Friday, October 31, 2008

Dust to dust

Here in North America, Halloween is a big deal. Children and adults come out in fancy costumes and go house to house for trick or treat.

In the Philippines, the big day is November 1st, not October 31st. We remember our dearly departed on All Saints' Day, a stat holiday. Cemeteries and memorial parks are packed with people bringing flowers and lighting candles on their loved ones' tombs.

When I was a child, we regularly visited the grave of my fourth sibling Tessie who died of polio before she turned two, maybe 3 years prior to my birth. Her little tomb was on a hillside of a public cemetery in Marikina. My father painted it white every first of November and we spent the day there chatting with other visitors of surrounding tombs. I went around and collected candle drippings that I turned into a smooth ball of wax.

I remember the story of two young siblings buried near Tessie. We saw their parents every year on All Saint's Day. The brothers, around 10 years old, drowned together in a creek and were found clinging to each other. What a sad story. I'm sure I heard other how-he/she-died stories, but that's all I could remember.

Over the years, this Marikina cemetery became more and more crowded. The traffic leading to it became increasingly horrible. People inched their way in and out of the cemetery supervised by young Boy Scouts. Because tombs were above ground unlike those in memorial parks, it became harder to find a path to walk on. Tombs which had no fresh paint or visitors often became stepping stones for those who had little respect for the dead.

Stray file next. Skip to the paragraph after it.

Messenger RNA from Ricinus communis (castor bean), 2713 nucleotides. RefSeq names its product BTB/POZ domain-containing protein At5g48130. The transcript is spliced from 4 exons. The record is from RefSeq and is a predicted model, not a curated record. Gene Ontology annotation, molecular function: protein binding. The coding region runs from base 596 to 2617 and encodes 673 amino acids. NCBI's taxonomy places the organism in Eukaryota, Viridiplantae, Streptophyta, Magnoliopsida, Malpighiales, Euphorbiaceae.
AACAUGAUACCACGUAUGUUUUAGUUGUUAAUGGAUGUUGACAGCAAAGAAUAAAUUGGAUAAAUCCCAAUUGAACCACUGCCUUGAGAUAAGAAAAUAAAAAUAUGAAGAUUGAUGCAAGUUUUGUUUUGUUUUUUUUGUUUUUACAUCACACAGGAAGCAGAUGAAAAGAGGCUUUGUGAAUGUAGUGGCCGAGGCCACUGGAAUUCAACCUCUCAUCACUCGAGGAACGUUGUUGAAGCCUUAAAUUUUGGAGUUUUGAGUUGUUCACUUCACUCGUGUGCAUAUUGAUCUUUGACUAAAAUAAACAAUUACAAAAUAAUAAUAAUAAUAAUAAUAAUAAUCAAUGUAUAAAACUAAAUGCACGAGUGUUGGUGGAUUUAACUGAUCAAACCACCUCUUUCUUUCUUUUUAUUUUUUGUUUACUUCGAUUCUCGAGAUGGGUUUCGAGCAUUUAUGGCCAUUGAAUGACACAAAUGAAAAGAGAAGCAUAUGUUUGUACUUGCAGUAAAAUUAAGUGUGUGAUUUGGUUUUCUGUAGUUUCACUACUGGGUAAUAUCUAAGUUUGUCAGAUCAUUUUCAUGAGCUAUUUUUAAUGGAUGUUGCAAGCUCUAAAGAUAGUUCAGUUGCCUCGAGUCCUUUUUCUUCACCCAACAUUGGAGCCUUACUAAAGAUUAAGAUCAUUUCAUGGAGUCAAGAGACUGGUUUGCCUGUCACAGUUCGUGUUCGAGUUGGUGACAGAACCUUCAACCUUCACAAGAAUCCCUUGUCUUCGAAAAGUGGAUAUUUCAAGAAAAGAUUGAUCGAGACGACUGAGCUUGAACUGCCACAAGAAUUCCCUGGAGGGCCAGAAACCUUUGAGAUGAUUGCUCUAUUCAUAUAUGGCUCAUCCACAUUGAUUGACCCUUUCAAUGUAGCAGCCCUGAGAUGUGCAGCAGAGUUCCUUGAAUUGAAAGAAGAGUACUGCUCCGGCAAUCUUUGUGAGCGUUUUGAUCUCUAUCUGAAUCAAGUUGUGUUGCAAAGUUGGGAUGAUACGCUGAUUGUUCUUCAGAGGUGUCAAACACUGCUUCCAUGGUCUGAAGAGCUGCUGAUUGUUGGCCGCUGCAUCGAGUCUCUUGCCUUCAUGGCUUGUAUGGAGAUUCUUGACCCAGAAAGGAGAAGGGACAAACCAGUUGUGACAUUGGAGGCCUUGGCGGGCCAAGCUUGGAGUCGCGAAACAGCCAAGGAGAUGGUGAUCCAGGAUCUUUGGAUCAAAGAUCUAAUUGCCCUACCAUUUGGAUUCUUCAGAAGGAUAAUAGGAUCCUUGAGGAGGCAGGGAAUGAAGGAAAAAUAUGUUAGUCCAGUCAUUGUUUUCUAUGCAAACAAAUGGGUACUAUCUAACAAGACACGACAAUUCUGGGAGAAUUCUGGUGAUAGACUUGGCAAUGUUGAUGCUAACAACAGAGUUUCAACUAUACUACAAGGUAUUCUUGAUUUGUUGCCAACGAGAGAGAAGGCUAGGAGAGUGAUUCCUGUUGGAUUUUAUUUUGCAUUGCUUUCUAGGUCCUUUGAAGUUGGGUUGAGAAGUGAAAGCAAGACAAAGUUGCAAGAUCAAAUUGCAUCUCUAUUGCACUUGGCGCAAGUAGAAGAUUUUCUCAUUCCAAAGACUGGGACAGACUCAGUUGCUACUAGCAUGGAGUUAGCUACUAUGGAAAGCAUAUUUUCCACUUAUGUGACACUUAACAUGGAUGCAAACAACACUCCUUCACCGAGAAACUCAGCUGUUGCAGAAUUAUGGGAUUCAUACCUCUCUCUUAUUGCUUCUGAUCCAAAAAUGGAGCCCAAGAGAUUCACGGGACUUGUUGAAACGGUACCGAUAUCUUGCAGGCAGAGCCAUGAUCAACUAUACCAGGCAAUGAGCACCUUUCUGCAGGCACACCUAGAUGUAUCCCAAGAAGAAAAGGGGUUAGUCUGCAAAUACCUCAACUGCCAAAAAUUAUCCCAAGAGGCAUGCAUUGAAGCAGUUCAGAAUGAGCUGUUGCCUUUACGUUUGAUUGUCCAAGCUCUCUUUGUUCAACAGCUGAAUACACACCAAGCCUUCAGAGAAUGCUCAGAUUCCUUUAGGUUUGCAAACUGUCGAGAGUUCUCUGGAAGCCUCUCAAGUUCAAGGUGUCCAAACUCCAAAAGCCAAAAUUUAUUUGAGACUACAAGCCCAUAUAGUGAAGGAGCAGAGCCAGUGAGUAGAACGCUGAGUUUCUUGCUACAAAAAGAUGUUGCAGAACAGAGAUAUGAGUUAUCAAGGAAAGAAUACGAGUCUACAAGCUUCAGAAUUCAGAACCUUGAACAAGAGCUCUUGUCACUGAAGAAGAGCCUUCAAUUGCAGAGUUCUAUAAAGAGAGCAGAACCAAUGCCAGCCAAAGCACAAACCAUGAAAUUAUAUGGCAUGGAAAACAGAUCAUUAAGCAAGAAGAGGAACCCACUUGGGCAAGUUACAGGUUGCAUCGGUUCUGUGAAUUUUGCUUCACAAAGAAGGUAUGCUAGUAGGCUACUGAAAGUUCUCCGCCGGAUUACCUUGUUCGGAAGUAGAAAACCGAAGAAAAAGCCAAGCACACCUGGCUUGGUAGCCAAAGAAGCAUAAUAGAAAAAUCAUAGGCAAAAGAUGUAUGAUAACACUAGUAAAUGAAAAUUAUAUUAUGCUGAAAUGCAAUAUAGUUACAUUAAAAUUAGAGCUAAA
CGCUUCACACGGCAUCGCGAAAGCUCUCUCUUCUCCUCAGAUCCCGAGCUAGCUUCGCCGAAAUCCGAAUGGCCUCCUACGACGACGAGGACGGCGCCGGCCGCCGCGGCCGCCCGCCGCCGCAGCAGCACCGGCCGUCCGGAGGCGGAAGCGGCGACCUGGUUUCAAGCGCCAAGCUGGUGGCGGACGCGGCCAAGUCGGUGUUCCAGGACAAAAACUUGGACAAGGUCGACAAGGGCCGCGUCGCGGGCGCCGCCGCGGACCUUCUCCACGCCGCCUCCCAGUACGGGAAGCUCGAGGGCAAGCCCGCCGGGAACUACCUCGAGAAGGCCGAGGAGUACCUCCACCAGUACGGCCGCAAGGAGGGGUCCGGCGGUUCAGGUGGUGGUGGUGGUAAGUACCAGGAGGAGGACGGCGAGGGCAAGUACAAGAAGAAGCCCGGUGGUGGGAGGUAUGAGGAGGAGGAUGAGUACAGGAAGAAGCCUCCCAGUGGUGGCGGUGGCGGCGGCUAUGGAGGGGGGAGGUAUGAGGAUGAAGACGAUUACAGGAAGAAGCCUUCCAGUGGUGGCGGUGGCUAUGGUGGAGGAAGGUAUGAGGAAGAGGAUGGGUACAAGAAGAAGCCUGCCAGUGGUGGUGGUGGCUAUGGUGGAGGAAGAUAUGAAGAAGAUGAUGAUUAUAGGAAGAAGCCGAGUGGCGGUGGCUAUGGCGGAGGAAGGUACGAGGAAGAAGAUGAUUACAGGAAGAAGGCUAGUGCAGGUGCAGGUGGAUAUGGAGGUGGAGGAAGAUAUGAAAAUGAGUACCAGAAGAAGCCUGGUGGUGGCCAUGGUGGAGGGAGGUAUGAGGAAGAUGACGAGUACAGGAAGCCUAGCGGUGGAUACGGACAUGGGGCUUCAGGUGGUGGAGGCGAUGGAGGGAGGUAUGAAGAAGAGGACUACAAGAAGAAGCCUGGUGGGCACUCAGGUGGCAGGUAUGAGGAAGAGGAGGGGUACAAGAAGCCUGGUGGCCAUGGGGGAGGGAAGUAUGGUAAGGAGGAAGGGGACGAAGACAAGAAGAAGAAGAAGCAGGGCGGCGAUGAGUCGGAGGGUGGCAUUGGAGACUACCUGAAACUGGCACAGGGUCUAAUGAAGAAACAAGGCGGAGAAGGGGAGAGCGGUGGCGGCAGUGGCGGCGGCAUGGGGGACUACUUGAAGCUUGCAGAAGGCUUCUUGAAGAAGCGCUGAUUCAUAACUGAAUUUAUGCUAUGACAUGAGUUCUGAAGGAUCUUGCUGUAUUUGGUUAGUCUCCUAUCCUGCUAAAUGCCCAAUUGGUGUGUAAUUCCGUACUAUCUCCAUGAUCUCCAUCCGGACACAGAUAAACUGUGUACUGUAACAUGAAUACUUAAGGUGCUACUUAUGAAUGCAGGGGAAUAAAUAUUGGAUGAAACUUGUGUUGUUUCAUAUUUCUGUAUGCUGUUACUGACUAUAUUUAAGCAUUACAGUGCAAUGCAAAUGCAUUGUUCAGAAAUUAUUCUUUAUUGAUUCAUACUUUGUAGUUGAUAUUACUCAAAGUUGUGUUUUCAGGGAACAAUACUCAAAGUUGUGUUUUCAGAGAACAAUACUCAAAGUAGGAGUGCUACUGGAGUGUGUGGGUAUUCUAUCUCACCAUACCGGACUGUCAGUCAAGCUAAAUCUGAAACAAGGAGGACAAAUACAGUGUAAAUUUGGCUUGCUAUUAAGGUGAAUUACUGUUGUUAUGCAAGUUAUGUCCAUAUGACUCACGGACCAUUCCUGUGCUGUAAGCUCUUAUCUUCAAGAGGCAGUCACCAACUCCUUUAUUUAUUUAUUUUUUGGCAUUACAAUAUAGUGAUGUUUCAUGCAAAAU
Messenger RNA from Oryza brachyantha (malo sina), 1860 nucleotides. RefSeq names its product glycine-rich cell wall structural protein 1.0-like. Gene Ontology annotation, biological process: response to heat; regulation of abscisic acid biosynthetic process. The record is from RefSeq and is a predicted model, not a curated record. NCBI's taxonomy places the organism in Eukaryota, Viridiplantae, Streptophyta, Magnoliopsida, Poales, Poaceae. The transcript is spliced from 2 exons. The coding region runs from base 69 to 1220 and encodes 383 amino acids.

I remember that on November 1, when it was not searing hot and sunny, it was terribly muddy in the cemetery. But people came in droves, thousands upon thousands of them. Some would come on October 31st to clean the grave and paint the tombs or have an overnight vigil.

Our annual visits to my sister's grave became less frequent when my maternal grandparents and other relatives died and were buried in the province. We started going to my mother's hometown of Laguna on November 1. This day became some sort of a mini-reunion in the cemetery with our extended family.

Public transportation on this holiday was a nightmare. We always took the car to Laguna. One time I took the bus with my cousin. The terminal was full and very chaotic. When an empty bus arrived to pick up passengers, people rushed to it before it fully stopped, and squeezed themselves through the door. No line-ups! Wanting to secure a seat faster, my male cousin climbed through the window like other men were doing. Then he pulled me up. I was maybe 16 or 17 then, but, hey, forget modesty. Get me on the bus!! This was not a time to be slow and persnickety.

Eventually, my November 1sts became just another free day when the traffic and crowds--both the living and the dead--became way too much of a hassle. I stayed home or went out with friends.

There was a time in my young life that the mere sight of a cemetery gave me chills. I feared it. I didn't want to imagine myself among the lifeless people trapped inside those cold, dark tombs. Ashes to ashes, dust to dust.